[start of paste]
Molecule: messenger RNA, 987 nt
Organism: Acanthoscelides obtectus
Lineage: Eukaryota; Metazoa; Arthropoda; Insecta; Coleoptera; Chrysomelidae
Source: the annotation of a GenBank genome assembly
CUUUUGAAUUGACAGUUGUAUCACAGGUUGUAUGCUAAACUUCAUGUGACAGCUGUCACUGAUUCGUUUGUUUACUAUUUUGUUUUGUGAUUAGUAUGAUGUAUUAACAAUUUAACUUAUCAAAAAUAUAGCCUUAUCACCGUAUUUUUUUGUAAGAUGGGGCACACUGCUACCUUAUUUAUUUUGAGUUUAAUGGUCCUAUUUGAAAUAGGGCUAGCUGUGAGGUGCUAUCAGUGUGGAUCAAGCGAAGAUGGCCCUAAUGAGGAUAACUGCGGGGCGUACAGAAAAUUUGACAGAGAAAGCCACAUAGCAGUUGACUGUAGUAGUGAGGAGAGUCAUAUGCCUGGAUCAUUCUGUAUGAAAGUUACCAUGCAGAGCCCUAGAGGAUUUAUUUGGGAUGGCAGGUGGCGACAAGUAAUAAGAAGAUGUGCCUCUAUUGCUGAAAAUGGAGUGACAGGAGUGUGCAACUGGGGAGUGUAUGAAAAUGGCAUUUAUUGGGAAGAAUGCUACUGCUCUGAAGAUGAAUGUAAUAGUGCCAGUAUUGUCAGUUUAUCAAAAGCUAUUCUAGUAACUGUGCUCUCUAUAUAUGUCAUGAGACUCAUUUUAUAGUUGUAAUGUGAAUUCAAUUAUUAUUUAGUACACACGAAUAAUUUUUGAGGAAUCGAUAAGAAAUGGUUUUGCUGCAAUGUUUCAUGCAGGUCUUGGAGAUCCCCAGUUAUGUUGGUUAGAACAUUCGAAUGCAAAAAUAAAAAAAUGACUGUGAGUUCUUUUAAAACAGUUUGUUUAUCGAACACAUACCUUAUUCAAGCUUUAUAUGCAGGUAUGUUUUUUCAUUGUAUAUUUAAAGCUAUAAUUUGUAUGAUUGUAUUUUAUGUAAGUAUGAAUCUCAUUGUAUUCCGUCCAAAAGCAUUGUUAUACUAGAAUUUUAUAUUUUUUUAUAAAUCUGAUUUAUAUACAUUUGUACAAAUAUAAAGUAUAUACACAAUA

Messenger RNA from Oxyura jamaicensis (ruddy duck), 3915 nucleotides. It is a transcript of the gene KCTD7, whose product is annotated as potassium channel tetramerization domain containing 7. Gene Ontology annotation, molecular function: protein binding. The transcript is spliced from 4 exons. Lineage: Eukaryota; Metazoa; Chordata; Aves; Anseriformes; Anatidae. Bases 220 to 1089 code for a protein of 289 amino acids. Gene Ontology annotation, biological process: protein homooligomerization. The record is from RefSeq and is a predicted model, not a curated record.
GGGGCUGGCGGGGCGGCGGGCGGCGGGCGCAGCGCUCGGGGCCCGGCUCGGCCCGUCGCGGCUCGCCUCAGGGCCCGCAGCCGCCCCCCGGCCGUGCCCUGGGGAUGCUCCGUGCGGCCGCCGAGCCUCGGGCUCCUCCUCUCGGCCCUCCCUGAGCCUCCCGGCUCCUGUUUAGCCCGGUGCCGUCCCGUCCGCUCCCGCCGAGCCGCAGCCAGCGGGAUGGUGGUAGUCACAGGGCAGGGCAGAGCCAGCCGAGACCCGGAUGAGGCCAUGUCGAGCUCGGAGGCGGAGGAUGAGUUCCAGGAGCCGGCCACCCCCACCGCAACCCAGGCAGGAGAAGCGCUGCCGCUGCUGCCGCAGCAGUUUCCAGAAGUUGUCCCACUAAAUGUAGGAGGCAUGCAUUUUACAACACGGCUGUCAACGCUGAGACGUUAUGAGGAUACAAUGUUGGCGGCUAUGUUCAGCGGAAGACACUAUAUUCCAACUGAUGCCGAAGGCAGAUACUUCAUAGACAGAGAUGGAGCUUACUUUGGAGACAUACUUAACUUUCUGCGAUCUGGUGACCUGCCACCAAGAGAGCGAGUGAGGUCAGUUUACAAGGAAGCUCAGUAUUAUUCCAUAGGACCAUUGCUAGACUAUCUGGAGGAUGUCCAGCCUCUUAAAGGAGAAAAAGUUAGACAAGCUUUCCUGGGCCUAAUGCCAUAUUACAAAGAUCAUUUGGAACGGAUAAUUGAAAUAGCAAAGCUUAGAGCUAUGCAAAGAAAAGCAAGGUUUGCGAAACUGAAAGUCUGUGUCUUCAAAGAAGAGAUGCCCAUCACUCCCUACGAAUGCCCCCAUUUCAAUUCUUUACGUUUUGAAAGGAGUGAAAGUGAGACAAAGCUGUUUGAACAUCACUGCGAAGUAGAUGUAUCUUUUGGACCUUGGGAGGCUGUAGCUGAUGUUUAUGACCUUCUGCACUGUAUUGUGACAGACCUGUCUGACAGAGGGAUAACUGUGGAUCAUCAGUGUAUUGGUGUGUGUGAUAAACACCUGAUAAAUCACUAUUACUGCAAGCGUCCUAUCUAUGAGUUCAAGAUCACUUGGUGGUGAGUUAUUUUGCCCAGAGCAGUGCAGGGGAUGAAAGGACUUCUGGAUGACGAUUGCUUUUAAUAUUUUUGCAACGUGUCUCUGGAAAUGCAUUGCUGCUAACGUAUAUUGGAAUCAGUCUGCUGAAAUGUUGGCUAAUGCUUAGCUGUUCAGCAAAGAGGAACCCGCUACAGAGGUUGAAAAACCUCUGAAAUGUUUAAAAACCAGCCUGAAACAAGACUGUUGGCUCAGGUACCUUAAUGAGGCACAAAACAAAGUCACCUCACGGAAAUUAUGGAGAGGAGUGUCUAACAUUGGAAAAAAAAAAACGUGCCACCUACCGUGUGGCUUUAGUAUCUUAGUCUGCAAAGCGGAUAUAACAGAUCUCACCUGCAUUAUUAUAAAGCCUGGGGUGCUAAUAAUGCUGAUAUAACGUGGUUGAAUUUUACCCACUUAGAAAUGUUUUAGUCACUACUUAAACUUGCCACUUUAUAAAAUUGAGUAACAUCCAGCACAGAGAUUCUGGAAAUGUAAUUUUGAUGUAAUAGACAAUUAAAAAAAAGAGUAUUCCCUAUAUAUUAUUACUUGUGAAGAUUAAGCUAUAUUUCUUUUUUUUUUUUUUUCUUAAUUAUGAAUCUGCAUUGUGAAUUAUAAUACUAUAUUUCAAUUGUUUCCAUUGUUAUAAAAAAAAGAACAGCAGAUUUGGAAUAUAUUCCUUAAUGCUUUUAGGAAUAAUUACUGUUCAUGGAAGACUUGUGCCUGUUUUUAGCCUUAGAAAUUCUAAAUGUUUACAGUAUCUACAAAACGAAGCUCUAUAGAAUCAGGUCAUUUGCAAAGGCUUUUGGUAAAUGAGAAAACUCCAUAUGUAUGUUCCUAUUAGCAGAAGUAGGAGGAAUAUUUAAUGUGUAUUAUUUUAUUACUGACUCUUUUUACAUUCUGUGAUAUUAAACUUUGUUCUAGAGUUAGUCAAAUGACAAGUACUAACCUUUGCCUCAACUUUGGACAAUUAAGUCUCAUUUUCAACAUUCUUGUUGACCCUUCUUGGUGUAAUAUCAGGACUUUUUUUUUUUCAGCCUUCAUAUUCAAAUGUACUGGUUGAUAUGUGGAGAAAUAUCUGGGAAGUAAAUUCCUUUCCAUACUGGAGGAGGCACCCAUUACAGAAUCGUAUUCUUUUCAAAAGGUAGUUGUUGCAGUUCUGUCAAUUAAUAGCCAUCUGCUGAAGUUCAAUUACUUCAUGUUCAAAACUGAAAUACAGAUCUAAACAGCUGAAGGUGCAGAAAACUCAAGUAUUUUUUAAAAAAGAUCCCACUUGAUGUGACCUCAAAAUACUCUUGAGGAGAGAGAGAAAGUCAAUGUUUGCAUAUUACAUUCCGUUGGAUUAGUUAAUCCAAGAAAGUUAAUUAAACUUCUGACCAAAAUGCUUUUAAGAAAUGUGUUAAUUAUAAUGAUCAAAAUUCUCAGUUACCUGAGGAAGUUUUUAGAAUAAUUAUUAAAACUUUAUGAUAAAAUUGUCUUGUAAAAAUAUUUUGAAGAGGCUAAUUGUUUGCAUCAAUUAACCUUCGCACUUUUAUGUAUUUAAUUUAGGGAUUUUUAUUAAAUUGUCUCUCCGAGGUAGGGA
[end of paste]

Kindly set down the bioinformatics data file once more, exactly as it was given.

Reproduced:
Molecule: messenger RNA, 987 nt
Organism: Acanthoscelides obtectus
Lineage: Eukaryota; Metazoa; Arthropoda; Insecta; Coleoptera; Chrysomelidae
Source: the annotation of a GenBank genome assembly
CUUUUGAAUUGACAGUUGUAUCACAGGUUGUAUGCUAAACUUCAUGUGACAGCUGUCACUGAUUCGUUUGUUUACUAUUUUGUUUUGUGAUUAGUAUGAUGUAUUAACAAUUUAACUUAUCAAAAAUAUAGCCUUAUCACCGUAUUUUUUUGUAAGAUGGGGCACACUGCUACCUUAUUUAUUUUGAGUUUAAUGGUCCUAUUUGAAAUAGGGCUAGCUGUGAGGUGCUAUCAGUGUGGAUCAAGCGAAGAUGGCCCUAAUGAGGAUAACUGCGGGGCGUACAGAAAAUUUGACAGAGAAAGCCACAUAGCAGUUGACUGUAGUAGUGAGGAGAGUCAUAUGCCUGGAUCAUUCUGUAUGAAAGUUACCAUGCAGAGCCCUAGAGGAUUUAUUUGGGAUGGCAGGUGGCGACAAGUAAUAAGAAGAUGUGCCUCUAUUGCUGAAAAUGGAGUGACAGGAGUGUGCAACUGGGGAGUGUAUGAAAAUGGCAUUUAUUGGGAAGAAUGCUACUGCUCUGAAGAUGAAUGUAAUAGUGCCAGUAUUGUCAGUUUAUCAAAAGCUAUUCUAGUAACUGUGCUCUCUAUAUAUGUCAUGAGACUCAUUUUAUAGUUGUAAUGUGAAUUCAAUUAUUAUUUAGUACACACGAAUAAUUUUUGAGGAAUCGAUAAGAAAUGGUUUUGCUGCAAUGUUUCAUGCAGGUCUUGGAGAUCCCCAGUUAUGUUGGUUAGAACAUUCGAAUGCAAAAAUAAAAAAAUGACUGUGAGUUCUUUUAAAACAGUUUGUUUAUCGAACACAUACCUUAUUCAAGCUUUAUAUGCAGGUAUGUUUUUUCAUUGUAUAUUUAAAGCUAUAAUUUGUAUGAUUGUAUUUUAUGUAAGUAUGAAUCUCAUUGUAUUCCGUCCAAAAGCAUUGUUAUACUAGAAUUUUAUAUUUUUUUAUAAAUCUGAUUUAUAUACAUUUGUACAAAUAUAAAGUAUAUACACAAUA

Messenger RNA from Oxyura jamaicensis (ruddy duck), 3915 nucleotides. It is a transcript of the gene KCTD7, whose product is annotated as potassium channel tetramerization domain containing 7. Gene Ontology annotation, molecular function: protein binding. The transcript is spliced from 4 exons. Lineage: Eukaryota; Metazoa; Chordata; Aves; Anseriformes; Anatidae. Bases 220 to 1089 code for a protein of 289 amino acids. Gene Ontology annotation, biological process: protein homooligomerization. The record is from RefSeq and is a predicted model, not a curated record.
GGGGCUGGCGGGGCGGCGGGCGGCGGGCGCAGCGCUCGGGGCCCGGCUCGGCCCGUCGCGGCUCGCCUCAGGGCCCGCAGCCGCCCCCCGGCCGUGCCCUGGGGAUGCUCCGUGCGGCCGCCGAGCCUCGGGCUCCUCCUCUCGGCCCUCCCUGAGCCUCCCGGCUCCUGUUUAGCCCGGUGCCGUCCCGUCCGCUCCCGCCGAGCCGCAGCCAGCGGGAUGGUGGUAGUCACAGGGCAGGGCAGAGCCAGCCGAGACCCGGAUGAGGCCAUGUCGAGCUCGGAGGCGGAGGAUGAGUUCCAGGAGCCGGCCACCCCCACCGCAACCCAGGCAGGAGAAGCGCUGCCGCUGCUGCCGCAGCAGUUUCCAGAAGUUGUCCCACUAAAUGUAGGAGGCAUGCAUUUUACAACACGGCUGUCAACGCUGAGACGUUAUGAGGAUACAAUGUUGGCGGCUAUGUUCAGCGGAAGACACUAUAUUCCAACUGAUGCCGAAGGCAGAUACUUCAUAGACAGAGAUGGAGCUUACUUUGGAGACAUACUUAACUUUCUGCGAUCUGGUGACCUGCCACCAAGAGAGCGAGUGAGGUCAGUUUACAAGGAAGCUCAGUAUUAUUCCAUAGGACCAUUGCUAGACUAUCUGGAGGAUGUCCAGCCUCUUAAAGGAGAAAAAGUUAGACAAGCUUUCCUGGGCCUAAUGCCAUAUUACAAAGAUCAUUUGGAACGGAUAAUUGAAAUAGCAAAGCUUAGAGCUAUGCAAAGAAAAGCAAGGUUUGCGAAACUGAAAGUCUGUGUCUUCAAAGAAGAGAUGCCCAUCACUCCCUACGAAUGCCCCCAUUUCAAUUCUUUACGUUUUGAAAGGAGUGAAAGUGAGACAAAGCUGUUUGAACAUCACUGCGAAGUAGAUGUAUCUUUUGGACCUUGGGAGGCUGUAGCUGAUGUUUAUGACCUUCUGCACUGUAUUGUGACAGACCUGUCUGACAGAGGGAUAACUGUGGAUCAUCAGUGUAUUGGUGUGUGUGAUAAACACCUGAUAAAUCACUAUUACUGCAAGCGUCCUAUCUAUGAGUUCAAGAUCACUUGGUGGUGAGUUAUUUUGCCCAGAGCAGUGCAGGGGAUGAAAGGACUUCUGGAUGACGAUUGCUUUUAAUAUUUUUGCAACGUGUCUCUGGAAAUGCAUUGCUGCUAACGUAUAUUGGAAUCAGUCUGCUGAAAUGUUGGCUAAUGCUUAGCUGUUCAGCAAAGAGGAACCCGCUACAGAGGUUGAAAAACCUCUGAAAUGUUUAAAAACCAGCCUGAAACAAGACUGUUGGCUCAGGUACCUUAAUGAGGCACAAAACAAAGUCACCUCACGGAAAUUAUGGAGAGGAGUGUCUAACAUUGGAAAAAAAAAAACGUGCCACCUACCGUGUGGCUUUAGUAUCUUAGUCUGCAAAGCGGAUAUAACAGAUCUCACCUGCAUUAUUAUAAAGCCUGGGGUGCUAAUAAUGCUGAUAUAACGUGGUUGAAUUUUACCCACUUAGAAAUGUUUUAGUCACUACUUAAACUUGCCACUUUAUAAAAUUGAGUAACAUCCAGCACAGAGAUUCUGGAAAUGUAAUUUUGAUGUAAUAGACAAUUAAAAAAAAGAGUAUUCCCUAUAUAUUAUUACUUGUGAAGAUUAAGCUAUAUUUCUUUUUUUUUUUUUUUCUUAAUUAUGAAUCUGCAUUGUGAAUUAUAAUACUAUAUUUCAAUUGUUUCCAUUGUUAUAAAAAAAAGAACAGCAGAUUUGGAAUAUAUUCCUUAAUGCUUUUAGGAAUAAUUACUGUUCAUGGAAGACUUGUGCCUGUUUUUAGCCUUAGAAAUUCUAAAUGUUUACAGUAUCUACAAAACGAAGCUCUAUAGAAUCAGGUCAUUUGCAAAGGCUUUUGGUAAAUGAGAAAACUCCAUAUGUAUGUUCCUAUUAGCAGAAGUAGGAGGAAUAUUUAAUGUGUAUUAUUUUAUUACUGACUCUUUUUACAUUCUGUGAUAUUAAACUUUGUUCUAGAGUUAGUCAAAUGACAAGUACUAACCUUUGCCUCAACUUUGGACAAUUAAGUCUCAUUUUCAACAUUCUUGUUGACCCUUCUUGGUGUAAUAUCAGGACUUUUUUUUUUUCAGCCUUCAUAUUCAAAUGUACUGGUUGAUAUGUGGAGAAAUAUCUGGGAAGUAAAUUCCUUUCCAUACUGGAGGAGGCACCCAUUACAGAAUCGUAUUCUUUUCAAAAGGUAGUUGUUGCAGUUCUGUCAAUUAAUAGCCAUCUGCUGAAGUUCAAUUACUUCAUGUUCAAAACUGAAAUACAGAUCUAAACAGCUGAAGGUGCAGAAAACUCAAGUAUUUUUUAAAAAAGAUCCCACUUGAUGUGACCUCAAAAUACUCUUGAGGAGAGAGAGAAAGUCAAUGUUUGCAUAUUACAUUCCGUUGGAUUAGUUAAUCCAAGAAAGUUAAUUAAACUUCUGACCAAAAUGCUUUUAAGAAAUGUGUUAAUUAUAAUGAUCAAAAUUCUCAGUUACCUGAGGAAGUUUUUAGAAUAAUUAUUAAAACUUUAUGAUAAAAUUGUCUUGUAAAAAUAUUUUGAAGAGGCUAAUUGUUUGCAUCAAUUAACCUUCGCACUUUUAUGUAUUUAAUUUAGGGAUUUUUAUUAAAUUGUCUCUCCGAGGUAGGGA